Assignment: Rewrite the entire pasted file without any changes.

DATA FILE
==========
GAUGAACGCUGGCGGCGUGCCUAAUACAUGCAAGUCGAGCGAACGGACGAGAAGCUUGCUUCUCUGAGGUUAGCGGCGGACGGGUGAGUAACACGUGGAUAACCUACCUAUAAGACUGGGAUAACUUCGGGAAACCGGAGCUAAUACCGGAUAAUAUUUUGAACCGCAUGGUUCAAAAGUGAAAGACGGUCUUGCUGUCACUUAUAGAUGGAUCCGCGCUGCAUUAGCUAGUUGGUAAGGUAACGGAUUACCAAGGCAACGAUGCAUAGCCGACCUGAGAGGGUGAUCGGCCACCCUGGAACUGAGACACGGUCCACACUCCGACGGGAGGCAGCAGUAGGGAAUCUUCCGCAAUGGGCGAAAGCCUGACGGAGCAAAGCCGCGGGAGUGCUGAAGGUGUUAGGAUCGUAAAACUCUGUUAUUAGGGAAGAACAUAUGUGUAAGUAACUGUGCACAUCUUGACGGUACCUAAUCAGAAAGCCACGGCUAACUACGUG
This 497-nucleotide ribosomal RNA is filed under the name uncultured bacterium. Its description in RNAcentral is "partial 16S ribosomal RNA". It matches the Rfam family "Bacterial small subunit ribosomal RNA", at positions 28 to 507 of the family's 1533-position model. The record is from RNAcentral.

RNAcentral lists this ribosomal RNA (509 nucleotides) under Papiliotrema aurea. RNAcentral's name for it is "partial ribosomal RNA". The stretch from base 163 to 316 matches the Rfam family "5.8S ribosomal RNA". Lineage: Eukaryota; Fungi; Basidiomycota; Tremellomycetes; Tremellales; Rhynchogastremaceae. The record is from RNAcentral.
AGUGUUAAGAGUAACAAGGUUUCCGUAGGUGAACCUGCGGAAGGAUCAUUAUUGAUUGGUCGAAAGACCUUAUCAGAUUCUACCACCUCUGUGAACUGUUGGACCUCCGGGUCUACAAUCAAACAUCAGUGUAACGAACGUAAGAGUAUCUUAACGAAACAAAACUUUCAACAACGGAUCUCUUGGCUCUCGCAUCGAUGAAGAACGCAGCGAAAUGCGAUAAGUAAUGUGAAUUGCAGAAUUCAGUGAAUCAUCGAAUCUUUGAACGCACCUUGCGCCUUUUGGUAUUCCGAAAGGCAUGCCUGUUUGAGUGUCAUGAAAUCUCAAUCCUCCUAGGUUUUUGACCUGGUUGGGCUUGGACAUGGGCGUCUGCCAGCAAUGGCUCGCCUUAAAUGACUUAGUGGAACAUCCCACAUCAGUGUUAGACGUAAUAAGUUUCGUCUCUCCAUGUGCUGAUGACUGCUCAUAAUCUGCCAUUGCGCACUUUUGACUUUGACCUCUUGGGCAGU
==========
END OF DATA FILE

GAUGAACGCUGGCGGCGUGCCUAAUACAUGCAAGUCGAGCGAACGGACGAGAAGCUUGCUUCUCUGAGGUUAGCGGCGGACGGGUGAGUAACACGUGGAUAACCUACCUAUAAGACUGGGAUAACUUCGGGAAACCGGAGCUAAUACCGGAUAAUAUUUUGAACCGCAUGGUUCAAAAGUGAAAGACGGUCUUGCUGUCACUUAUAGAUGGAUCCGCGCUGCAUUAGCUAGUUGGUAAGGUAACGGAUUACCAAGGCAACGAUGCAUAGCCGACCUGAGAGGGUGAUCGGCCACCCUGGAACUGAGACACGGUCCACACUCCGACGGGAGGCAGCAGUAGGGAAUCUUCCGCAAUGGGCGAAAGCCUGACGGAGCAAAGCCGCGGGAGUGCUGAAGGUGUUAGGAUCGUAAAACUCUGUUAUUAGGGAAGAACAUAUGUGUAAGUAACUGUGCACAUCUUGACGGUACCUAAUCAGAAAGCCACGGCUAACUACGUG
This 497-nucleotide ribosomal RNA is filed under the name uncultured bacterium. Its description in RNAcentral is "partial 16S ribosomal RNA". It matches the Rfam family "Bacterial small subunit ribosomal RNA", at positions 28 to 507 of the family's 1533-position model. The record is from RNAcentral.

RNAcentral lists this ribosomal RNA (509 nucleotides) under Papiliotrema aurea. RNAcentral's name for it is "partial ribosomal RNA". The stretch from base 163 to 316 matches the Rfam family "5.8S ribosomal RNA". Lineage: Eukaryota; Fungi; Basidiomycota; Tremellomycetes; Tremellales; Rhynchogastremaceae. The record is from RNAcentral.
AGUGUUAAGAGUAACAAGGUUUCCGUAGGUGAACCUGCGGAAGGAUCAUUAUUGAUUGGUCGAAAGACCUUAUCAGAUUCUACCACCUCUGUGAACUGUUGGACCUCCGGGUCUACAAUCAAACAUCAGUGUAACGAACGUAAGAGUAUCUUAACGAAACAAAACUUUCAACAACGGAUCUCUUGGCUCUCGCAUCGAUGAAGAACGCAGCGAAAUGCGAUAAGUAAUGUGAAUUGCAGAAUUCAGUGAAUCAUCGAAUCUUUGAACGCACCUUGCGCCUUUUGGUAUUCCGAAAGGCAUGCCUGUUUGAGUGUCAUGAAAUCUCAAUCCUCCUAGGUUUUUGACCUGGUUGGGCUUGGACAUGGGCGUCUGCCAGCAAUGGCUCGCCUUAAAUGACUUAGUGGAACAUCCCACAUCAGUGUUAGACGUAAUAAGUUUCGUCUCUCCAUGUGCUGAUGACUGCUCAUAAUCUGCCAUUGCGCACUUUUGACUUUGACCUCUUGGGCAGU